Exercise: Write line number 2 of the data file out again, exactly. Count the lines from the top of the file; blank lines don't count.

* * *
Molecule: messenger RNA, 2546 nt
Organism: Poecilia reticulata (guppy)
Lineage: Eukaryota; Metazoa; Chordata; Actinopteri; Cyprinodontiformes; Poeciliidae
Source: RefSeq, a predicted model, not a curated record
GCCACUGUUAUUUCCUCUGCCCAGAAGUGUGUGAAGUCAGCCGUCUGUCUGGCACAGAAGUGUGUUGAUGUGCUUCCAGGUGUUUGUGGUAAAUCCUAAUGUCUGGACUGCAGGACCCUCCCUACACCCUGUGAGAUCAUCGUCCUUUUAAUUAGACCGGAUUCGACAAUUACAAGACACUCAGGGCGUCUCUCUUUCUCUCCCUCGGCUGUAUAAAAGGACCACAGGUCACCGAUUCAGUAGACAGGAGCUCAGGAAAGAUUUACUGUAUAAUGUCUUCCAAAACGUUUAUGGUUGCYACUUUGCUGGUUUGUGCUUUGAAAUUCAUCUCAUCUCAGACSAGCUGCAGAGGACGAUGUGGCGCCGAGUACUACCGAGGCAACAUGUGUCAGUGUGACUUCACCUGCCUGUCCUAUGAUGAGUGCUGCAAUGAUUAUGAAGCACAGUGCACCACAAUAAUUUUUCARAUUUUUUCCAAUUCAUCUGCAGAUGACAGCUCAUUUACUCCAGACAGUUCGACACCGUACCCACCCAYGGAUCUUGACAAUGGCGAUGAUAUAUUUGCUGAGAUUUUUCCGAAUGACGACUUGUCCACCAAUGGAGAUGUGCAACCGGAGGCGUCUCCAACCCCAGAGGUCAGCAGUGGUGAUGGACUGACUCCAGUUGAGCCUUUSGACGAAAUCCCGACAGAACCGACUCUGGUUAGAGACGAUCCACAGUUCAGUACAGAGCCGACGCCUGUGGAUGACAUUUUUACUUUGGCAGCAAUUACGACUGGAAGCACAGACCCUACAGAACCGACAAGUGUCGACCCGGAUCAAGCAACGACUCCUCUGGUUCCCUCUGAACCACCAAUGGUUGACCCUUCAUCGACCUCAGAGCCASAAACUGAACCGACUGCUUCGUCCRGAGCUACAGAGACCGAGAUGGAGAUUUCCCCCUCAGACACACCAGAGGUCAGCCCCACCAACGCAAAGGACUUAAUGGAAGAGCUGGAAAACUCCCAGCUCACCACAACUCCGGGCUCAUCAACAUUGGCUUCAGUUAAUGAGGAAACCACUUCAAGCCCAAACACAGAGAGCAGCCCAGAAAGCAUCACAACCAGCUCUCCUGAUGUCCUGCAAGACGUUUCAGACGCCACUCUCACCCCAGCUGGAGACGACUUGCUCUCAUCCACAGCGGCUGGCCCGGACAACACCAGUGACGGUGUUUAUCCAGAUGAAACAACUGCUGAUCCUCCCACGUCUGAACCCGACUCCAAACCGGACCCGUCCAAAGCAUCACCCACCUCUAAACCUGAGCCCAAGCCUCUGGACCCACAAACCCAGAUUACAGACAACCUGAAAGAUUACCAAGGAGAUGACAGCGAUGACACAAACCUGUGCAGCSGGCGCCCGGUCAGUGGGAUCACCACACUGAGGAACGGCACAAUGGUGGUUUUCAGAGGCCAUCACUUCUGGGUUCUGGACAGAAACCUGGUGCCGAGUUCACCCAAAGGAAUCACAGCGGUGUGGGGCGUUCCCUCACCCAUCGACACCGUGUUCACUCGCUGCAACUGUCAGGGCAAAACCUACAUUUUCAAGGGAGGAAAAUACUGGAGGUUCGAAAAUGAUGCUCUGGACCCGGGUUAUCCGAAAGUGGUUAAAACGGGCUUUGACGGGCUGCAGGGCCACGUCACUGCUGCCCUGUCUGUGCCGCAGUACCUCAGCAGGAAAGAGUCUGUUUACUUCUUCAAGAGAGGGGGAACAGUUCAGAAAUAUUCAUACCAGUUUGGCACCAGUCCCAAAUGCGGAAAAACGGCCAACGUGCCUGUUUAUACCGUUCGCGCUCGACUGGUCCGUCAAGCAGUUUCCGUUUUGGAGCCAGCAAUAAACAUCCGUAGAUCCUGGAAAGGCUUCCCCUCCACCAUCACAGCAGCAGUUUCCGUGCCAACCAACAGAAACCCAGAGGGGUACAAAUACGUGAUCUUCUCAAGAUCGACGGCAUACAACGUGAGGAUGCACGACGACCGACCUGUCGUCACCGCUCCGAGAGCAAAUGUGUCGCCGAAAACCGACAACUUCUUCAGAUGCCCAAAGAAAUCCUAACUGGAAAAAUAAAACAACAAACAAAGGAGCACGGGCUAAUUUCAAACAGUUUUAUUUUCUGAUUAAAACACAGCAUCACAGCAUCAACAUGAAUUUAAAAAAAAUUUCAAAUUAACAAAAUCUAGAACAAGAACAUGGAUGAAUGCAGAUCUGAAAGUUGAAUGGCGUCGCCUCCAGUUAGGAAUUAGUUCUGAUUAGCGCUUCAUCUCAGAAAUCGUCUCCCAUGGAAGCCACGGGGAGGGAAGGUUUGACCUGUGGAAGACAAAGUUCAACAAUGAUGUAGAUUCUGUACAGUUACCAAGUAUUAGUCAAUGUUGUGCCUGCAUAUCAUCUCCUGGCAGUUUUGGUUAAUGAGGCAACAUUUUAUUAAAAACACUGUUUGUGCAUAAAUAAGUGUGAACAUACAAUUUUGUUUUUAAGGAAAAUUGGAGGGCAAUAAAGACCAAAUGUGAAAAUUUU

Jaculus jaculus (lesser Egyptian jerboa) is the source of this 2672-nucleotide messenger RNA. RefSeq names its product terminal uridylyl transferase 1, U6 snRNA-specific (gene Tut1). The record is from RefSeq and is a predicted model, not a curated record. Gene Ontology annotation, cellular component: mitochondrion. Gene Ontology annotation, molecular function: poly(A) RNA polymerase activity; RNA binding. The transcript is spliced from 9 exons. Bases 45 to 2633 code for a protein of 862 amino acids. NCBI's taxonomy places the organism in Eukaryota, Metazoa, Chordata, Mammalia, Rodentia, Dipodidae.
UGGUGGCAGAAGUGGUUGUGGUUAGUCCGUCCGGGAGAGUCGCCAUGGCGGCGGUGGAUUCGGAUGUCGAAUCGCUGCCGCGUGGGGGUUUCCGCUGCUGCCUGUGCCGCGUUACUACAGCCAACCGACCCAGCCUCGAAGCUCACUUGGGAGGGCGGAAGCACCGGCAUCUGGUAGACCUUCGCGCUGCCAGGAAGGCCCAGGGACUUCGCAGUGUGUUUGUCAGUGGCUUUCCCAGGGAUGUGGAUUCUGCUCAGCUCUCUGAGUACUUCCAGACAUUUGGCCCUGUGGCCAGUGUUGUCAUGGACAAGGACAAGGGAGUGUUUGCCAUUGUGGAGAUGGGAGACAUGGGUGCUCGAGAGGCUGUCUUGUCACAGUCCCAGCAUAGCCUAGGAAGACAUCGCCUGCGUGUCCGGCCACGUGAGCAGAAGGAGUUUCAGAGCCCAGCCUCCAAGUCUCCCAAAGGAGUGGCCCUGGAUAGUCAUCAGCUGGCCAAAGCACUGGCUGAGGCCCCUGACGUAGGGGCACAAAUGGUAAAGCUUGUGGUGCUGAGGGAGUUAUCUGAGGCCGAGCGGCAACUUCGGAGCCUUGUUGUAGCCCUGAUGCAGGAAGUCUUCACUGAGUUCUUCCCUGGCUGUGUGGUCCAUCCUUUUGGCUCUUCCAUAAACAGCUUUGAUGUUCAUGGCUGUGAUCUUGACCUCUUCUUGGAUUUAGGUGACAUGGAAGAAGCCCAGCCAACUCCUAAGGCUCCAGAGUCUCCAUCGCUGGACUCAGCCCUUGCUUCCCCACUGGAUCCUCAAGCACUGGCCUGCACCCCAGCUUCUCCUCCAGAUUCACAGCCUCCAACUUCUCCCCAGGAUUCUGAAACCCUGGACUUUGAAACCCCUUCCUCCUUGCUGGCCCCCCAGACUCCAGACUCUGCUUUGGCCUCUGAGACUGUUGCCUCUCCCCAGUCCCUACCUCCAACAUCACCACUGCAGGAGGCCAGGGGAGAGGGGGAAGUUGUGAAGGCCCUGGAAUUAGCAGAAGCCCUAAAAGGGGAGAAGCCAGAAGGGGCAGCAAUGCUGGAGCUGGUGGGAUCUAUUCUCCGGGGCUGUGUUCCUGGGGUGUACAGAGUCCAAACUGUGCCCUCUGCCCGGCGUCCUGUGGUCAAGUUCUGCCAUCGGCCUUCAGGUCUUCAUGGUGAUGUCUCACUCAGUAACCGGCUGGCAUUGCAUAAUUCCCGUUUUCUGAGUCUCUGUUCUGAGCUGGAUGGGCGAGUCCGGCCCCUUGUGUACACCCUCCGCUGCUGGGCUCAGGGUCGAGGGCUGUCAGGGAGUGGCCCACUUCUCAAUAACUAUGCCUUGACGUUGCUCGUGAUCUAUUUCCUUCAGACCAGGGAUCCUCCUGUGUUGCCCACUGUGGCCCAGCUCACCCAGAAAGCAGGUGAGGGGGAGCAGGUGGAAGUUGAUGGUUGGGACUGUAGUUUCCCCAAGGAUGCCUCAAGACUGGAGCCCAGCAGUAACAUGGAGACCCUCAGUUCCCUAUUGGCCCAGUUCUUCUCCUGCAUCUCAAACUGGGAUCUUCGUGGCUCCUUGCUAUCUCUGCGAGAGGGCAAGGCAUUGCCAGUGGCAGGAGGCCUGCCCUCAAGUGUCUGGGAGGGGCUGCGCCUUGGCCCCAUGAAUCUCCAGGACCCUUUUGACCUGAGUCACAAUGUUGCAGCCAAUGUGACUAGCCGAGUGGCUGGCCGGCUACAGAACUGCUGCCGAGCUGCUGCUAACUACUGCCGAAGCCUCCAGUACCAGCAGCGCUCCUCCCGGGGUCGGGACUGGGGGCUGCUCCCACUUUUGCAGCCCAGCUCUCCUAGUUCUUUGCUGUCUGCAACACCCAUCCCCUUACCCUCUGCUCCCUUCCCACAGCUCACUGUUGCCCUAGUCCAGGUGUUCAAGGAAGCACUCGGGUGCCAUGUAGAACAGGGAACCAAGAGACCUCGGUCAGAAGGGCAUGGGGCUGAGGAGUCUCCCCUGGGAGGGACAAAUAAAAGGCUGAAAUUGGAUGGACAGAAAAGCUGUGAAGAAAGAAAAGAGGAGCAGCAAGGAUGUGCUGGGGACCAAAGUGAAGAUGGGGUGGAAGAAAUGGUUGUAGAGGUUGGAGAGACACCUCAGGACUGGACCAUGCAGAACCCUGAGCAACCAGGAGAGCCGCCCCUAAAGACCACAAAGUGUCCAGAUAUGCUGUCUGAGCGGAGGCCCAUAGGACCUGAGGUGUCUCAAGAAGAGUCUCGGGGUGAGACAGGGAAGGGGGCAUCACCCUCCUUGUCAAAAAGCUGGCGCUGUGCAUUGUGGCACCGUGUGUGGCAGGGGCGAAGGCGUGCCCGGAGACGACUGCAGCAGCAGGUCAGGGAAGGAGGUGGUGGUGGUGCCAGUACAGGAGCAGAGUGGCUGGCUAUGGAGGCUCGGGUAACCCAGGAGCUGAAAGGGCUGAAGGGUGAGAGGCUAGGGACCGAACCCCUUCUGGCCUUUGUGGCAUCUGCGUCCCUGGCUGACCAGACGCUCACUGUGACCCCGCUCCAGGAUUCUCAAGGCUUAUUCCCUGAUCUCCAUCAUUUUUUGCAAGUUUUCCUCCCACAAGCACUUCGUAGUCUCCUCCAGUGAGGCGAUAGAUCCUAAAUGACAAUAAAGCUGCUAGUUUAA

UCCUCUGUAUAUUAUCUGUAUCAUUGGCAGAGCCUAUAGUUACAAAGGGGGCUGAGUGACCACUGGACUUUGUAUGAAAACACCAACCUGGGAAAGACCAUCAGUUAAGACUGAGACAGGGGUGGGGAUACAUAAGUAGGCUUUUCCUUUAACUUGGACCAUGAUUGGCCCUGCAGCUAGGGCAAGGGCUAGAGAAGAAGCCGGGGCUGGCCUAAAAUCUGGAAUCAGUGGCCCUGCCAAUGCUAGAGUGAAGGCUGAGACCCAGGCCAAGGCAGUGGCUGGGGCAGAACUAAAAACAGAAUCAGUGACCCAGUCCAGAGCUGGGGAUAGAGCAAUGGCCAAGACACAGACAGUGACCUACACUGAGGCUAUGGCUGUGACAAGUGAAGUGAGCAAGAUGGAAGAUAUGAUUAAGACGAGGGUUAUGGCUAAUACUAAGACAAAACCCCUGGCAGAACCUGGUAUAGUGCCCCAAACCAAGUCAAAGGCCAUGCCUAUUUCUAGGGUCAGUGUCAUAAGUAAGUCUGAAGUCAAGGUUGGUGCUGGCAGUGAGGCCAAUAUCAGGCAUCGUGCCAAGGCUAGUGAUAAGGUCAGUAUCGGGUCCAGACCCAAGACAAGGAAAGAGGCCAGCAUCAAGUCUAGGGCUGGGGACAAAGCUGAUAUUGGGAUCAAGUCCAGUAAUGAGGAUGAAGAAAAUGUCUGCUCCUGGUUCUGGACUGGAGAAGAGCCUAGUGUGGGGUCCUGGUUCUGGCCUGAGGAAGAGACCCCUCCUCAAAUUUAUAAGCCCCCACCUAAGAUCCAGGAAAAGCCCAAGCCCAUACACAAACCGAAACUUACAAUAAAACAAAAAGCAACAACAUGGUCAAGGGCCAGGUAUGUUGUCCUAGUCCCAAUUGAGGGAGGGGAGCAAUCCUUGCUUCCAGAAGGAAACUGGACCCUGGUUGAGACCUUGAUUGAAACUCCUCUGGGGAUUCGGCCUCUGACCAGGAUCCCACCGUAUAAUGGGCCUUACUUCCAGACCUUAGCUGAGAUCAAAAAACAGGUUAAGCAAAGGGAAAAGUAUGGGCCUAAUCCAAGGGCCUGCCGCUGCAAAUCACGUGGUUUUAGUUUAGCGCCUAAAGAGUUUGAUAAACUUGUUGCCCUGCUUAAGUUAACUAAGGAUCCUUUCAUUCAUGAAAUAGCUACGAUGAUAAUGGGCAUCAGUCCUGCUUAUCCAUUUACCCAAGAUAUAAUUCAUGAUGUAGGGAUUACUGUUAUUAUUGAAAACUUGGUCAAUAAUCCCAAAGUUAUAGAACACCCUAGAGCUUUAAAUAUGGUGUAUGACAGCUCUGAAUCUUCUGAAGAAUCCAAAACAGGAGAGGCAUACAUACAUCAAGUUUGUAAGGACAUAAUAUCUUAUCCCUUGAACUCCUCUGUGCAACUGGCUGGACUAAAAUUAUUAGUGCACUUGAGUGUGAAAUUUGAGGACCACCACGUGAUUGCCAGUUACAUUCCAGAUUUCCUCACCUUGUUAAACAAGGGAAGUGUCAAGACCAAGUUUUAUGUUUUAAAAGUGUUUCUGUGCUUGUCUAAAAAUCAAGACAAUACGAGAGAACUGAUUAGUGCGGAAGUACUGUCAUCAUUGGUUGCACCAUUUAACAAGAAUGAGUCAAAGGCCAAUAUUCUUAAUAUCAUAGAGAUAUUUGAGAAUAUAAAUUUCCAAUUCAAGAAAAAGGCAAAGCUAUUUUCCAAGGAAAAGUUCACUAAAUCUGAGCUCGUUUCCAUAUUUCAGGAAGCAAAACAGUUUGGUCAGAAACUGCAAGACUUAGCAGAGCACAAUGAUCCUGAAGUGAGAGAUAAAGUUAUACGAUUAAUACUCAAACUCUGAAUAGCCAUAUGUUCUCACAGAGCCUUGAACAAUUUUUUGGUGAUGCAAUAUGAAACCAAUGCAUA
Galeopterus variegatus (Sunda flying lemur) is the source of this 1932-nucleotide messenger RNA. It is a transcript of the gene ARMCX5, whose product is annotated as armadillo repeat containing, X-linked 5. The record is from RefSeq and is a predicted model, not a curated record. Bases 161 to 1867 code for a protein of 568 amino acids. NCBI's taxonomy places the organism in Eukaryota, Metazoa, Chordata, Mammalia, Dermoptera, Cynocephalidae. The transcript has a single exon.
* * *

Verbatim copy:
Organism: Poecilia reticulata (guppy)